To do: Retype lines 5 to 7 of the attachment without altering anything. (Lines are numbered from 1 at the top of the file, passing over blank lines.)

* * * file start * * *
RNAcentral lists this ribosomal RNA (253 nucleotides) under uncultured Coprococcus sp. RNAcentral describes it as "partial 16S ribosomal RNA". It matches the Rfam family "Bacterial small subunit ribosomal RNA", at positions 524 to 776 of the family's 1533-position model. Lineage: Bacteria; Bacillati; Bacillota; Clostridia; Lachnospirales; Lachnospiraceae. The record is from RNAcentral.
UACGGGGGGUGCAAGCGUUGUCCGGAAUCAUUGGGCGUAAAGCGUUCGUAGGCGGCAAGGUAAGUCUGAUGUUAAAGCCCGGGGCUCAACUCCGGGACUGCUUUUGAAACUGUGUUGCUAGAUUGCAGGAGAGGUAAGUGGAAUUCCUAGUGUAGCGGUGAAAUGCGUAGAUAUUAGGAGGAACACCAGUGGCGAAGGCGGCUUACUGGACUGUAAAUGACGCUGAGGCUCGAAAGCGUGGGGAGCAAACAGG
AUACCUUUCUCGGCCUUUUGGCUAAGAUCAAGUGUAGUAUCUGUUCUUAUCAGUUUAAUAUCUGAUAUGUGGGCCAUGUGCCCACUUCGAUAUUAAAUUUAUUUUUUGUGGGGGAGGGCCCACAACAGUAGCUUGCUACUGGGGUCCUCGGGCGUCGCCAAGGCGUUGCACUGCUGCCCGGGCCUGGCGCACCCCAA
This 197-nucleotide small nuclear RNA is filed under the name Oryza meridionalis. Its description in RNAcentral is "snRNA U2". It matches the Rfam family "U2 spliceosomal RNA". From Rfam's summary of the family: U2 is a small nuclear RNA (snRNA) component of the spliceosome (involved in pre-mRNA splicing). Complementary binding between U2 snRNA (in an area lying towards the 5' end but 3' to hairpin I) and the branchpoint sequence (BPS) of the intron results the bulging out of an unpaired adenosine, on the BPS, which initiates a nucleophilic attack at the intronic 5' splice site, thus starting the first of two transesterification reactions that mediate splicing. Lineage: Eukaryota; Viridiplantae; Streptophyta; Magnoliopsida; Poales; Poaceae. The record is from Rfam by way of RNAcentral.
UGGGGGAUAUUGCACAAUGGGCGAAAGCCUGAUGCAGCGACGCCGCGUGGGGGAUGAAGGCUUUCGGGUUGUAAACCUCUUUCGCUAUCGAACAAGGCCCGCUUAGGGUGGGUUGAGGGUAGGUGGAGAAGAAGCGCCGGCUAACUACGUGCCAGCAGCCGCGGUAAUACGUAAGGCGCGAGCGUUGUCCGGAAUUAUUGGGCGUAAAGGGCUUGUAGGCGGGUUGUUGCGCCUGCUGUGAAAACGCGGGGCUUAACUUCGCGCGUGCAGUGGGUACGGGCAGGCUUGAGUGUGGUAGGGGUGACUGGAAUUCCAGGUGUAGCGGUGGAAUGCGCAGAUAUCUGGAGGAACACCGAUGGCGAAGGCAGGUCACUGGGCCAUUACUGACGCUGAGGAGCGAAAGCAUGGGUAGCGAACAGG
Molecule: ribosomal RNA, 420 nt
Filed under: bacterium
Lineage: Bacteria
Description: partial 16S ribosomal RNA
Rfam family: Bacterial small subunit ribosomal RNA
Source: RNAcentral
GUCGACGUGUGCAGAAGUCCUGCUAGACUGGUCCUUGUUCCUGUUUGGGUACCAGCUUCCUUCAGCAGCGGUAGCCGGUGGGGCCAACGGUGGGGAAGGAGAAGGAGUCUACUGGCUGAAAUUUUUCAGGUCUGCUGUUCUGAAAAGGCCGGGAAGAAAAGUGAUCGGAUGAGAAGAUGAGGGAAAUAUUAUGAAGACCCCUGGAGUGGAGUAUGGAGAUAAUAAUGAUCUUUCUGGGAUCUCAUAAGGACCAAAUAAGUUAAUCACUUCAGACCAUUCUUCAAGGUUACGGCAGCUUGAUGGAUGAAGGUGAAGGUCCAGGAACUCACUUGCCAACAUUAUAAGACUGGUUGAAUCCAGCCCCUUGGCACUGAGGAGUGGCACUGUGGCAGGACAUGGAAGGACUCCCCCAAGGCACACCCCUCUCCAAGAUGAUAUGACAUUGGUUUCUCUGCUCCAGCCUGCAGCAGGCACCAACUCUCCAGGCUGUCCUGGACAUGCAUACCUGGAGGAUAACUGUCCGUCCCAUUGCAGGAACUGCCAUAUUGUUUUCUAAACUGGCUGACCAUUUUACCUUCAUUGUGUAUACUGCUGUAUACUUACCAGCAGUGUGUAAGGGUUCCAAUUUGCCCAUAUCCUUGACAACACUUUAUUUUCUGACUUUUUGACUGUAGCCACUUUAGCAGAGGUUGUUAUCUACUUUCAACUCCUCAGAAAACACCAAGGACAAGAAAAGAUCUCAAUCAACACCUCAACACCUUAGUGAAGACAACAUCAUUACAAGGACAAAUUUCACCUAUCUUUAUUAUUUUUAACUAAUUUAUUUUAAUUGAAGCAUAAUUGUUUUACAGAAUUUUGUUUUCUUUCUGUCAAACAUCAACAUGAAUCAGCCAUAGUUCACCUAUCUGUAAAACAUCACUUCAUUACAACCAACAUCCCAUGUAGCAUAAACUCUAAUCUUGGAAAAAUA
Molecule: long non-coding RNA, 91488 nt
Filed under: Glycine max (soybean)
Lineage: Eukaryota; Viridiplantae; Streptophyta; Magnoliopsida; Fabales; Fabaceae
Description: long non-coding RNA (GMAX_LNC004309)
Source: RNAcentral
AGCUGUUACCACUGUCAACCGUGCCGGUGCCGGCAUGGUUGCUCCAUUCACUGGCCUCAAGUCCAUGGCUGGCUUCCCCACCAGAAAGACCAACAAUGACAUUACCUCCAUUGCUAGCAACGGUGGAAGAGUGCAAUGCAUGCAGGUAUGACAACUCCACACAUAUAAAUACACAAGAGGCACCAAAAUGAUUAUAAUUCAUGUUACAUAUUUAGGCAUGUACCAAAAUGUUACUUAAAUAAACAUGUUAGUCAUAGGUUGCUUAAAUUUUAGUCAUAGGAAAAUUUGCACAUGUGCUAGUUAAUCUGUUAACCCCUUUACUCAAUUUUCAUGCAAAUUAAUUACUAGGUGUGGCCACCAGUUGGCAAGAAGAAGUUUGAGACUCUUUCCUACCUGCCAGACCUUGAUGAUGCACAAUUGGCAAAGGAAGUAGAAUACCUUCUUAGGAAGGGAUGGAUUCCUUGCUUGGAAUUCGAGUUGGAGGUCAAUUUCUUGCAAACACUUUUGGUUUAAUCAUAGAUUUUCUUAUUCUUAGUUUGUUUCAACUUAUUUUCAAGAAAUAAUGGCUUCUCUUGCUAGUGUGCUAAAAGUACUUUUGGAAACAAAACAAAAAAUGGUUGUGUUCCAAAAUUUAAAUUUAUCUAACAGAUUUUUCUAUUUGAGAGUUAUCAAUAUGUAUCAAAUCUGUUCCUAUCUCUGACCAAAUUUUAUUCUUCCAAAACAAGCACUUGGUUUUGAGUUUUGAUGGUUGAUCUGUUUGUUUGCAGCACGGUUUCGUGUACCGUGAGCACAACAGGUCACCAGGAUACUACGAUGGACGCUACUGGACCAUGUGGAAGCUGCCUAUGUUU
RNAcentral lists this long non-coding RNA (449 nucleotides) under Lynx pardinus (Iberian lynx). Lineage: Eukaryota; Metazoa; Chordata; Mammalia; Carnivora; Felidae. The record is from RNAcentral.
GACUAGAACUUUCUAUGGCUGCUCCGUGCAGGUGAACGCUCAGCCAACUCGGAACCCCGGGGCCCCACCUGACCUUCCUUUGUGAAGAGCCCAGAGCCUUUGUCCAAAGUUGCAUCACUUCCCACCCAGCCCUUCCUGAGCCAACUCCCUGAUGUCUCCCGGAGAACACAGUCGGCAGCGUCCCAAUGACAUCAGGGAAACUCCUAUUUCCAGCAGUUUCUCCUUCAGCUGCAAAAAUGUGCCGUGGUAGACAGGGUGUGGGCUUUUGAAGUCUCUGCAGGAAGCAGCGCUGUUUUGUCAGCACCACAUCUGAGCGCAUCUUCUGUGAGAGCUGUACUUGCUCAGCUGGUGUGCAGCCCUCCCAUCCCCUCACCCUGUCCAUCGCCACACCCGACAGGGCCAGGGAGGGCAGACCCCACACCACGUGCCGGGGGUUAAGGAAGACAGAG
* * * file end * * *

UGGGGGAUAUUGCACAAUGGGCGAAAGCCUGAUGCAGCGACGCCGCGUGGGGGAUGAAGGCUUUCGGGUUGUAAACCUCUUUCGCUAUCGAACAAGGCCCGCUUAGGGUGGGUUGAGGGUAGGUGGAGAAGAAGCGCCGGCUAACUACGUGCCAGCAGCCGCGGUAAUACGUAAGGCGCGAGCGUUGUCCGGAAUUAUUGGGCGUAAAGGGCUUGUAGGCGGGUUGUUGCGCCUGCUGUGAAAACGCGGGGCUUAACUUCGCGCGUGCAGUGGGUACGGGCAGGCUUGAGUGUGGUAGGGGUGACUGGAAUUCCAGGUGUAGCGGUGGAAUGCGCAGAUAUCUGGAGGAACACCGAUGGCGAAGGCAGGUCACUGGGCCAUUACUGACGCUGAGGAGCGAAAGCAUGGGUAGCGAACAGG
Molecule: ribosomal RNA, 420 nt
Filed under: bacterium